It’s 3.5 km from Fox Lake to Lower Elk Lake campground. The first 15 minutes past Fox Lake is mostly on level trail. Then it begins a descent with lots of viewless hiking among scrawny trees. But, there is one particularly pretty section, about 10-15 minutes into the descent where you can glimpse Lower Elk Lake and the surrounding mountains of the Upper Elk Valley.
When you reach the signed T-junction, head left and follow the trail 1 km to the Lower Elk Lake campground. You’ll have to return to this junction to continue to do the Elk Lakes Petain Falls hike and then onto the Petain Basin the following day.
Camping at Lower Elk Lake
It was a treat to camp at Lower Elk Lake. You can’t make a reservation because all of the campsites are on a first come, first served basis. (I didn’t count how many campsites there are, but I’d guess about 20.) That’s a real bonus when you only want to camp when you know the weather is going to be good.
We changed our plans over the Labour Day weekend, leaving on a Friday instead of a Saturday to get the good weather. With a Friday afternoon arrival, we also had our pick of the campsites whereas by Saturday night, people were camping wherever they could find a flat spot.
The campsite is equipped with bear-proof lockers, pit toilets, fire rings, benches, and tent pads. At the lake there is a small kiosk with self-registration envelopes. We paid $5/night per tent pad and brought cash. You keep your stub as proof of payment.
All the campsites are just a short walk from Lower Elk Lake. Along the lake there are a couple of benches that are perfect for enjoying the view.
Elk Lakes Petain Falls Hike (and Petain Basin if you’re up for it)
From the Lower Elk Lake campground retrace your steps to reach the signed T-junction 1 km away. Stay on the well-defined trail to stunning Upper Elk Lake, 1.4 km away. Along the way you’ll pass a turnoff to the 1.2 km long Viewpoint Trail. It climbs 122 m and offers an exceptional view of Lower Elk Lake.
The trail to Petain Falls skirts Upper Elk Lake for most of its length. At the south end of the lake cross gravel beds – that can get flooded when the water is high, thereby making route-finding a tad challenging. Look for flagging tape in the trees and the occasional cairn to keep you on course.
Stay right at the sign pointing to Coral Pass. A few minutes later cross a bridge over Nivella Creek. Continue hiking upstream on the east bank of Petain Creek to reach a trail intersection. Go left to take the spur trail to Petain Falls. It’s perhaps 10 minutes at most to the falls and a worthy side trip. In summer, the meadows on route to the falls are filled with wildflowers.
The hike to Petain Basin
To continue to Petain Basin head right at the intersection with Petain Falls and start climbing – for the next 3 km. The trail is obvious for most of its length and it’s not very busy. Only a small fraction of hikers that visit Petain Falls continue up Petain Basin.
When you reach the bottom of a rocky gorge head for the left side where you can see the trail. This is a good place to cool off and refill water bottles as there is a dribble of water coming out of some rocks.
From this point the route markedly steepens and heads up through some massive trees. When the trail finally leaves the trees, you end up in a rocky chute. I thought at first, we’d have to climb to the top of it but you don’t. Ascend it for 5-10 minutes, keeping an eye out for a well-defined trail on the left.
Once out of the chute, you’re onto grassier slopes and the walking gets much easier. Enjoy the wildflowers as you traverse several rocky knolls and one final lip to arrive in the Petain Basin.
If you have the time, there’s a lot to explore. Hike across the grass and rock slabs for ever improving views, especially of Petain Glacier. We ran out of time but would consider camping here so we could at least contemplate summiting 3,180 m Mt. Foch.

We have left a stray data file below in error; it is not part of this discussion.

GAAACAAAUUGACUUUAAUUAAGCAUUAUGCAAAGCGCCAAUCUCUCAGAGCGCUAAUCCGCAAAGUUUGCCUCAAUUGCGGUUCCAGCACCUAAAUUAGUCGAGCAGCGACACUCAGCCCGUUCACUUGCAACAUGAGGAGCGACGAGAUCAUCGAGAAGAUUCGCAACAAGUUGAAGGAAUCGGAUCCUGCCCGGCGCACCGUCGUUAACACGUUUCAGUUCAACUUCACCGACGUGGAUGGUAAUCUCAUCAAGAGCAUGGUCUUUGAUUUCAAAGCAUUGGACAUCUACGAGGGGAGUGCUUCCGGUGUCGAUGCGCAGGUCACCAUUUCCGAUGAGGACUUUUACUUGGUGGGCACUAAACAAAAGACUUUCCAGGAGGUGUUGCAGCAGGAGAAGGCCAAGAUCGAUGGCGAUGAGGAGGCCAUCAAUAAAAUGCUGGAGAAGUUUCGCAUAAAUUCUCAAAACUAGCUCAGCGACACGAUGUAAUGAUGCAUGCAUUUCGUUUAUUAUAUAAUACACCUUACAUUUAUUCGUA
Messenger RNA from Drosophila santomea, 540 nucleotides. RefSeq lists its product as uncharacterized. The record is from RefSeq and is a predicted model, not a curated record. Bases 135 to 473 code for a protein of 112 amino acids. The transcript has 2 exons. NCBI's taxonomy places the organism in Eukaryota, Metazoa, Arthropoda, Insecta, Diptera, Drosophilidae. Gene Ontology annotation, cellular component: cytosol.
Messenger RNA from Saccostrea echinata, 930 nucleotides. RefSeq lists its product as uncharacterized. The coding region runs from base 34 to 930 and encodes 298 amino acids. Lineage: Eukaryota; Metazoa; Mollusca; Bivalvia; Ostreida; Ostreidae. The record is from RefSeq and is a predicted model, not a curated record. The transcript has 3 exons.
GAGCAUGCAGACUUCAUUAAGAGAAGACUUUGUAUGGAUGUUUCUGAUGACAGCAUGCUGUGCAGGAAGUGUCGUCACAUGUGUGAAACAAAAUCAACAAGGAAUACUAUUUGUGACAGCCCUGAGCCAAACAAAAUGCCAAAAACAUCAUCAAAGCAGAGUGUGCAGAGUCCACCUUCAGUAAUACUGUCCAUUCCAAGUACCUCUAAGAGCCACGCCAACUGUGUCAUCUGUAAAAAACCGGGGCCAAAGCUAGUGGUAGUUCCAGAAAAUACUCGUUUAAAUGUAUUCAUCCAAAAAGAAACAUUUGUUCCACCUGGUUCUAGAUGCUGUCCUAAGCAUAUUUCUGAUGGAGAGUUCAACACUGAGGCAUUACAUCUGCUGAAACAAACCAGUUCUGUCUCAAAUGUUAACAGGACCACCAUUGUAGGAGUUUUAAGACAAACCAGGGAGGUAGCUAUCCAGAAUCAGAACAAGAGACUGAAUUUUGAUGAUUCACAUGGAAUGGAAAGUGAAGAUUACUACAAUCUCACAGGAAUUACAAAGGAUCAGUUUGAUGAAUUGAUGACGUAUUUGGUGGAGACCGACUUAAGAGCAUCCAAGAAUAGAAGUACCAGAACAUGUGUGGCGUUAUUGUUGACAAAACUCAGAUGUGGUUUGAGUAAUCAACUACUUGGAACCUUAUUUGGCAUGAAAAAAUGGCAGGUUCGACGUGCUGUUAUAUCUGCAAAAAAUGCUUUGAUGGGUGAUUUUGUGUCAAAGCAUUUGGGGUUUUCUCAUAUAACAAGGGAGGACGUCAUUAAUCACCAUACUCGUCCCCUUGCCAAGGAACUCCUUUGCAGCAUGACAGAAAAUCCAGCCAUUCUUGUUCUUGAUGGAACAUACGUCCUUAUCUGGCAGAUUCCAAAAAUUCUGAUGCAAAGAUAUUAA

Retrace your steps to the campground – or one of the wild camping spots you’ve chosen along Petain Creek. Remember to follow Leave No Trace principles.
The Elk Lakes hike return to the Peter Lougheed trailhead
On our last day we enjoyed an easy three-hour hike back to the car. The following photos give you an idea of what you’ll see once you’re back in Peter Lougheed Provincial Park.
Getting to the Elk Lakes Petain Falls trailhead in BC
Located in southeastern BC, Elk Lakes Provincial Park is roughly 104 km due north of Sparwood. Take Highway 43 heading north out of Sparwood and follow it for 35 km to reach Elkford. From there continue for about 47 km on the gravel road on the west side of Elk River. When the road crosses the Elk River it joins the Kananaskis Power Line Road. From the crossing of the river to the Elk Lakes trailhead it is a distance of 21.9 km.
Allow the better part of two hours from Sparwood to reach the parking lot. You’ll be on logging roads so pay close attention and always be on the lookout for the big trucks.
Getting to the Elk Lakes Petain Falls trailhead in Alberta
Its just under a two-hour drive from Calgary to get to the Elk Pass trailhead parking lot in Peter Lougheed Provincial Park. Take the Trans-Canada to the intersection with Highway 40 South. Drive 50 km. Turn southwest onto Kananaskis Lakes Trail. Continue for another 12 km to reach the signed parking lot on the left-hand side of the road.
We didn’t find any signage about overnight parking, so we just left the car at the trailhead with nothing visible in sight to steal.
What to take on the Elk Lakes Petain Falls hiking/camping trip
If you are planning to hike to Petain Basin, I think you’ll find collapsible hiking poles come in handy, especially on the descent.
To add a little comfort to your camping experience, I’d recommend a camp pillow, a portable French press so you can enjoy a few cups of coffee around the campfire, an easy, lightweight water purification system and a portable camp chair because why not be comfortable on a backpacking trip?
More backpacking trips I’d recommend
- 10 Beginner Backpacking Trips in the Canadian Rockies
- The Sunset Pass & Sunset Lookout Hike on the Icefields Parkway
- The Glacier Lake Hike in Banff National Park
- The Hike to Three Isle Lake Hike & South Kananaskis Pass